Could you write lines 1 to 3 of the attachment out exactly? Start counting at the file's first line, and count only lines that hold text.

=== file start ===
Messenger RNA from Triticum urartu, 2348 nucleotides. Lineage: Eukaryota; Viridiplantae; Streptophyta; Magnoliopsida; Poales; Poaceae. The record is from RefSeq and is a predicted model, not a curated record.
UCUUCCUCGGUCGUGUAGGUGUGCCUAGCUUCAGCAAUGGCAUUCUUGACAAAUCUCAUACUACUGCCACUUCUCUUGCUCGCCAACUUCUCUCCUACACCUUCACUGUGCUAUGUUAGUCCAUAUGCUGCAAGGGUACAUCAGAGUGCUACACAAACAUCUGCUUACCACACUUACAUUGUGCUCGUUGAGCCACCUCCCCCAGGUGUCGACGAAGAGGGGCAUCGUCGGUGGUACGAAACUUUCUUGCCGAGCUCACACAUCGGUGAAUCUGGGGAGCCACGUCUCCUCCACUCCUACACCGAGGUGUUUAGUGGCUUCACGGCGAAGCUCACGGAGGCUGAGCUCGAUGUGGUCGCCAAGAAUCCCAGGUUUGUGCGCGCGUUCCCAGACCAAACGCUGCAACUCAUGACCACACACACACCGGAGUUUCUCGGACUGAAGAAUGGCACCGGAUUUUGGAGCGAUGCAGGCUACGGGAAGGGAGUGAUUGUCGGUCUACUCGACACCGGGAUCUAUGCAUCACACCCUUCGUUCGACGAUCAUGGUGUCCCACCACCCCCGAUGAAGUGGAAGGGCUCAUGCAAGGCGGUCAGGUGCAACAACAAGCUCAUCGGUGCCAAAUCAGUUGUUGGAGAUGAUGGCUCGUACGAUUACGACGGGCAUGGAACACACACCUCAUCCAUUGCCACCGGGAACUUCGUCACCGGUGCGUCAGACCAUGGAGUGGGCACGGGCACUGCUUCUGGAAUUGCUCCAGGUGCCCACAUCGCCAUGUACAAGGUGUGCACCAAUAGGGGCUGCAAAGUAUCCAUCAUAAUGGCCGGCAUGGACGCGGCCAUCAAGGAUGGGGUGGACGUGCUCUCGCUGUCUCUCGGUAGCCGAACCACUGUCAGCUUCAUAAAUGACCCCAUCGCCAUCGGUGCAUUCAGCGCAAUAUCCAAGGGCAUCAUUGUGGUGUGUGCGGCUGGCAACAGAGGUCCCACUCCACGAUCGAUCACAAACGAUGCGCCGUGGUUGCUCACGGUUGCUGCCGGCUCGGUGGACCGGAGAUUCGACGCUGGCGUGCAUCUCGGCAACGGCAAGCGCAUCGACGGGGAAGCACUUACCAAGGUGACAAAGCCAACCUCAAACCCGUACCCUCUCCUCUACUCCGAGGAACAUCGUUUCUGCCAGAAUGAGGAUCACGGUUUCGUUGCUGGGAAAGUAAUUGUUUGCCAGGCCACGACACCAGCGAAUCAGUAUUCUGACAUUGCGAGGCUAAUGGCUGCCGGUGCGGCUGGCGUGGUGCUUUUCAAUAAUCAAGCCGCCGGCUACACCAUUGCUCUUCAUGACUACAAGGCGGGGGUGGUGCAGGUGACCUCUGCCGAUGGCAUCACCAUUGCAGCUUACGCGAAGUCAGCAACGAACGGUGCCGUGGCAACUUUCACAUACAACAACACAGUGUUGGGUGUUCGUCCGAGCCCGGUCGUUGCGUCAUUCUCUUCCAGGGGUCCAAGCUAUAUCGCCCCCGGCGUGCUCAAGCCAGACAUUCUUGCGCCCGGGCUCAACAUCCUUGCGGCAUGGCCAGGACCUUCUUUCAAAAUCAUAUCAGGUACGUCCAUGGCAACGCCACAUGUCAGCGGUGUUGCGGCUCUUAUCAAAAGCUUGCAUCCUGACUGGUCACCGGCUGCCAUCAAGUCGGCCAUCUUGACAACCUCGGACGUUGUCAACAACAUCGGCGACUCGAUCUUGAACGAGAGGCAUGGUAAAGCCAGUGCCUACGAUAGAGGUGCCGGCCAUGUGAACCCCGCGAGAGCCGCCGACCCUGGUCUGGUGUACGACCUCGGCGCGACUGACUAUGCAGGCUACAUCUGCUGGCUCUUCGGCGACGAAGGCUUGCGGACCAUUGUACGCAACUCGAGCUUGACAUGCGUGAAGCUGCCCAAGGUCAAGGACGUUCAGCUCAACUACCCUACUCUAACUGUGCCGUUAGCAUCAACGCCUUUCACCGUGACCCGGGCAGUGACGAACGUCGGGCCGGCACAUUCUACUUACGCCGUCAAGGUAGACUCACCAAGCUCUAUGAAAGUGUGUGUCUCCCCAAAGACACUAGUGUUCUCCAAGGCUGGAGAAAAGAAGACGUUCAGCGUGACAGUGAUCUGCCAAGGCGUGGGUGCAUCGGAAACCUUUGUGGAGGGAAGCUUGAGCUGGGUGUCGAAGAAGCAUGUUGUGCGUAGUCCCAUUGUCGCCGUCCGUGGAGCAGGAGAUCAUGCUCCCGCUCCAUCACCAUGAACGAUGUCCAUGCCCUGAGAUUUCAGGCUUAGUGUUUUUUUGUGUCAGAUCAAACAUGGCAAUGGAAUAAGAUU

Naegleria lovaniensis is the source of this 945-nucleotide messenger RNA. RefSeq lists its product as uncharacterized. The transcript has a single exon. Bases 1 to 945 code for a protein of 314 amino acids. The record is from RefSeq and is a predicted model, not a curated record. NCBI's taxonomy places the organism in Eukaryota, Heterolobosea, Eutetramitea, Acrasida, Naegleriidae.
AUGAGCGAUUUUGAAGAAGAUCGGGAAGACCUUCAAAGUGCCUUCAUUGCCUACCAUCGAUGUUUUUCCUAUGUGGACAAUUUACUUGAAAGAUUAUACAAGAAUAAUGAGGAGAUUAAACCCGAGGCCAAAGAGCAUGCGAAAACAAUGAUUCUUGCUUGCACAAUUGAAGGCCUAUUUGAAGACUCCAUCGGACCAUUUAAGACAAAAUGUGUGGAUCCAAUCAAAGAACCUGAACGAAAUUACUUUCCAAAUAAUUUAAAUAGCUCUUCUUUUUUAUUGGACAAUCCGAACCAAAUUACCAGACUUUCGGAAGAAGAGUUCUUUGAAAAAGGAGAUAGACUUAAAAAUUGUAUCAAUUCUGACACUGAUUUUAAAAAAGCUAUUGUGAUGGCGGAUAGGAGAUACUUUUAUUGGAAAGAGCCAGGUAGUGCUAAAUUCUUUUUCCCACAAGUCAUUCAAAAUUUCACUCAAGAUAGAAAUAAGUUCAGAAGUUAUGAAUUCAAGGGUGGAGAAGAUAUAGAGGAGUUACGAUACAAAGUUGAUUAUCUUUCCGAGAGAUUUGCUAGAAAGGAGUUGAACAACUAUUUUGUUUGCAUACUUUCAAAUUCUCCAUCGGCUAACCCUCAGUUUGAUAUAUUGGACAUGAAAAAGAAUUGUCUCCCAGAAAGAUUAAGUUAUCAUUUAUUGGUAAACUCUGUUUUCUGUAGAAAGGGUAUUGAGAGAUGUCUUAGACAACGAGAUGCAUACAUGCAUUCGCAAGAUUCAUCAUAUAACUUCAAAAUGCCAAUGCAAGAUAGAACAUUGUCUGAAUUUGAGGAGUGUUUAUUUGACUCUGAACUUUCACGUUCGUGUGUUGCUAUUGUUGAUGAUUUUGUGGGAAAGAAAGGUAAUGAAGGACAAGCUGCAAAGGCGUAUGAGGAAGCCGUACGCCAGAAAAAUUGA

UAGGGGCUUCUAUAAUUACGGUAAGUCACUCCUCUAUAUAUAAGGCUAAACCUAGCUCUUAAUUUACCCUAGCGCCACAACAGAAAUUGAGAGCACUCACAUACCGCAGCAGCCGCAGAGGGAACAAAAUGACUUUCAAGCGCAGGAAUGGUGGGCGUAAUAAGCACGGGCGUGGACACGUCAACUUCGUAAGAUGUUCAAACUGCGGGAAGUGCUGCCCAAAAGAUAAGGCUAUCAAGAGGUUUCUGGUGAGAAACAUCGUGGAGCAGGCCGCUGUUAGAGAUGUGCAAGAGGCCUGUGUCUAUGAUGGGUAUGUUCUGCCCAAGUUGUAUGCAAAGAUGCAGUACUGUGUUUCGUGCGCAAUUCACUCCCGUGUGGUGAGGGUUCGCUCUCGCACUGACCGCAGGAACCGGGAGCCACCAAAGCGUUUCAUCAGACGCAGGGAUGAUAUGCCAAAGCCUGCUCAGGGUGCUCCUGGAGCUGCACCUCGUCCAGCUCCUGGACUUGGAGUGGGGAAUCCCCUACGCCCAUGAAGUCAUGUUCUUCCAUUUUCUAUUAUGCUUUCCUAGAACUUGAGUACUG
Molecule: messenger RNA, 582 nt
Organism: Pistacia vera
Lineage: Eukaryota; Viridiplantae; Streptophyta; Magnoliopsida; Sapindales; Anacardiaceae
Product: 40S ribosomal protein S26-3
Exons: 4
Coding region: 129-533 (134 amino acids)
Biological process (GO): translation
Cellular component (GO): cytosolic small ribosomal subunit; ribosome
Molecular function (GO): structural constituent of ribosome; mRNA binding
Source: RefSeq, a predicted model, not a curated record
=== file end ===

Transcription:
Messenger RNA from Triticum urartu, 2348 nucleotides. Lineage: Eukaryota; Viridiplantae; Streptophyta; Magnoliopsida; Poales; Poaceae. The record is from RefSeq and is a predicted model, not a curated record.
UCUUCCUCGGUCGUGUAGGUGUGCCUAGCUUCAGCAAUGGCAUUCUUGACAAAUCUCAUACUACUGCCACUUCUCUUGCUCGCCAACUUCUCUCCUACACCUUCACUGUGCUAUGUUAGUCCAUAUGCUGCAAGGGUACAUCAGAGUGCUACACAAACAUCUGCUUACCACACUUACAUUGUGCUCGUUGAGCCACCUCCCCCAGGUGUCGACGAAGAGGGGCAUCGUCGGUGGUACGAAACUUUCUUGCCGAGCUCACACAUCGGUGAAUCUGGGGAGCCACGUCUCCUCCACUCCUACACCGAGGUGUUUAGUGGCUUCACGGCGAAGCUCACGGAGGCUGAGCUCGAUGUGGUCGCCAAGAAUCCCAGGUUUGUGCGCGCGUUCCCAGACCAAACGCUGCAACUCAUGACCACACACACACCGGAGUUUCUCGGACUGAAGAAUGGCACCGGAUUUUGGAGCGAUGCAGGCUACGGGAAGGGAGUGAUUGUCGGUCUACUCGACACCGGGAUCUAUGCAUCACACCCUUCGUUCGACGAUCAUGGUGUCCCACCACCCCCGAUGAAGUGGAAGGGCUCAUGCAAGGCGGUCAGGUGCAACAACAAGCUCAUCGGUGCCAAAUCAGUUGUUGGAGAUGAUGGCUCGUACGAUUACGACGGGCAUGGAACACACACCUCAUCCAUUGCCACCGGGAACUUCGUCACCGGUGCGUCAGACCAUGGAGUGGGCACGGGCACUGCUUCUGGAAUUGCUCCAGGUGCCCACAUCGCCAUGUACAAGGUGUGCACCAAUAGGGGCUGCAAAGUAUCCAUCAUAAUGGCCGGCAUGGACGCGGCCAUCAAGGAUGGGGUGGACGUGCUCUCGCUGUCUCUCGGUAGCCGAACCACUGUCAGCUUCAUAAAUGACCCCAUCGCCAUCGGUGCAUUCAGCGCAAUAUCCAAGGGCAUCAUUGUGGUGUGUGCGGCUGGCAACAGAGGUCCCACUCCACGAUCGAUCACAAACGAUGCGCCGUGGUUGCUCACGGUUGCUGCCGGCUCGGUGGACCGGAGAUUCGACGCUGGCGUGCAUCUCGGCAACGGCAAGCGCAUCGACGGGGAAGCACUUACCAAGGUGACAAAGCCAACCUCAAACCCGUACCCUCUCCUCUACUCCGAGGAACAUCGUUUCUGCCAGAAUGAGGAUCACGGUUUCGUUGCUGGGAAAGUAAUUGUUUGCCAGGCCACGACACCAGCGAAUCAGUAUUCUGACAUUGCGAGGCUAAUGGCUGCCGGUGCGGCUGGCGUGGUGCUUUUCAAUAAUCAAGCCGCCGGCUACACCAUUGCUCUUCAUGACUACAAGGCGGGGGUGGUGCAGGUGACCUCUGCCGAUGGCAUCACCAUUGCAGCUUACGCGAAGUCAGCAACGAACGGUGCCGUGGCAACUUUCACAUACAACAACACAGUGUUGGGUGUUCGUCCGAGCCCGGUCGUUGCGUCAUUCUCUUCCAGGGGUCCAAGCUAUAUCGCCCCCGGCGUGCUCAAGCCAGACAUUCUUGCGCCCGGGCUCAACAUCCUUGCGGCAUGGCCAGGACCUUCUUUCAAAAUCAUAUCAGGUACGUCCAUGGCAACGCCACAUGUCAGCGGUGUUGCGGCUCUUAUCAAAAGCUUGCAUCCUGACUGGUCACCGGCUGCCAUCAAGUCGGCCAUCUUGACAACCUCGGACGUUGUCAACAACAUCGGCGACUCGAUCUUGAACGAGAGGCAUGGUAAAGCCAGUGCCUACGAUAGAGGUGCCGGCCAUGUGAACCCCGCGAGAGCCGCCGACCCUGGUCUGGUGUACGACCUCGGCGCGACUGACUAUGCAGGCUACAUCUGCUGGCUCUUCGGCGACGAAGGCUUGCGGACCAUUGUACGCAACUCGAGCUUGACAUGCGUGAAGCUGCCCAAGGUCAAGGACGUUCAGCUCAACUACCCUACUCUAACUGUGCCGUUAGCAUCAACGCCUUUCACCGUGACCCGGGCAGUGACGAACGUCGGGCCGGCACAUUCUACUUACGCCGUCAAGGUAGACUCACCAAGCUCUAUGAAAGUGUGUGUCUCCCCAAAGACACUAGUGUUCUCCAAGGCUGGAGAAAAGAAGACGUUCAGCGUGACAGUGAUCUGCCAAGGCGUGGGUGCAUCGGAAACCUUUGUGGAGGGAAGCUUGAGCUGGGUGUCGAAGAAGCAUGUUGUGCGUAGUCCCAUUGUCGCCGUCCGUGGAGCAGGAGAUCAUGCUCCCGCUCCAUCACCAUGAACGAUGUCCAUGCCCUGAGAUUUCAGGCUUAGUGUUUUUUUGUGUCAGAUCAAACAUGGCAAUGGAAUAAGAUU

Naegleria lovaniensis is the source of this 945-nucleotide messenger RNA. RefSeq lists its product as uncharacterized. The transcript has a single exon. Bases 1 to 945 code for a protein of 314 amino acids. The record is from RefSeq and is a predicted model, not a curated record. NCBI's taxonomy places the organism in Eukaryota, Heterolobosea, Eutetramitea, Acrasida, Naegleriidae.